Category Conferences, IoT, M2M
 

Reflections on IoT-ALast month, I attended a two-day IoT-A workshop during IoT Week in Helsinki. The goal of the workshop was to showcase the various IoT research projects that are jointly funded by industry and the EU’s FP7 research program. The quality of the projects on display was amazing and I could not possibly do it justice in the space of a blog post. Still, here’s a partial list of what I saw:

BUTLER

  • Horizontal open platform for IoT
  • To learn the intent of a user requires a horizontal approach
  • This horizontal approach leads to context awareness

FI-WARE

iCore

  • Composed of Virtual Objects, Composite Virtual Objects and  Service Layer
  • User characteristics + situation awareness = intent recognition

OpenIoT

  • Linked sensor middleware
  • Data management instead of infrastructure management
  • Uses information interoperability and linked data to enable automated composition

ComVantage

  • Manufacturing automation
  • Uses XACML and extends it for linked data

CHOReOS

  • Probabilistic registration of things
  • Registration decisions are based on existing density and coverage requirements

To get a more complete picture, you can find all the presentations from the workshop here.

There were two key insights I took away from this workshop, both of which had to do with subtle similarities shared by all the projects.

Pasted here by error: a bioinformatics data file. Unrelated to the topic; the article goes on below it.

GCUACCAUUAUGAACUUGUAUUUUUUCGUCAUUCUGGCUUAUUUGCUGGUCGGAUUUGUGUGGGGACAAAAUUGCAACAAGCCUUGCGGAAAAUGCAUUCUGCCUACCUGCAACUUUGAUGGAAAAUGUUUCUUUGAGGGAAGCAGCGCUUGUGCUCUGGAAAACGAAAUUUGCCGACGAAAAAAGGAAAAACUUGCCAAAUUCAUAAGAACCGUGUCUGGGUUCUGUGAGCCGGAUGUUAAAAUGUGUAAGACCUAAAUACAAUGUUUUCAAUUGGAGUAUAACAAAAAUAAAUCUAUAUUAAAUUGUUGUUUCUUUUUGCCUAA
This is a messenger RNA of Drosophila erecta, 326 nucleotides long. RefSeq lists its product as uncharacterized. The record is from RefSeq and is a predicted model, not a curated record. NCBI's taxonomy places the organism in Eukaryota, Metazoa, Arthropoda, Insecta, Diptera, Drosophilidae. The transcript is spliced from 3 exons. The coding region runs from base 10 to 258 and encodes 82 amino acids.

First, sitting in and listening to the various presentations, I was struck by one particular similarity: at the core of each use case was the desire to make better-informed decisions. I’ve tried to capture what I call the core motivation of IoT in the picture below.

The identity of the user or thing combined with the temporal and/or spatial context based on real-world knowledge and data from the past can allow us to make better-informed decisions for the future. I think this holds for both the smart coffeemaker and the smart city.

My other insight had to do with the surprisingly similar characteristics of the various presented IoT applications. I tried to capture these characteristics in the picture below.

At the heart of the applications lies data – lots of data. But Big Data has two siblings: Fast Data and Open Data. The applications are graph-structured based on the relationship of things to each other and to me. They are event-driven rather than transactional and they are compositional.

What do you think? What kind of similarities do you see between the various applications?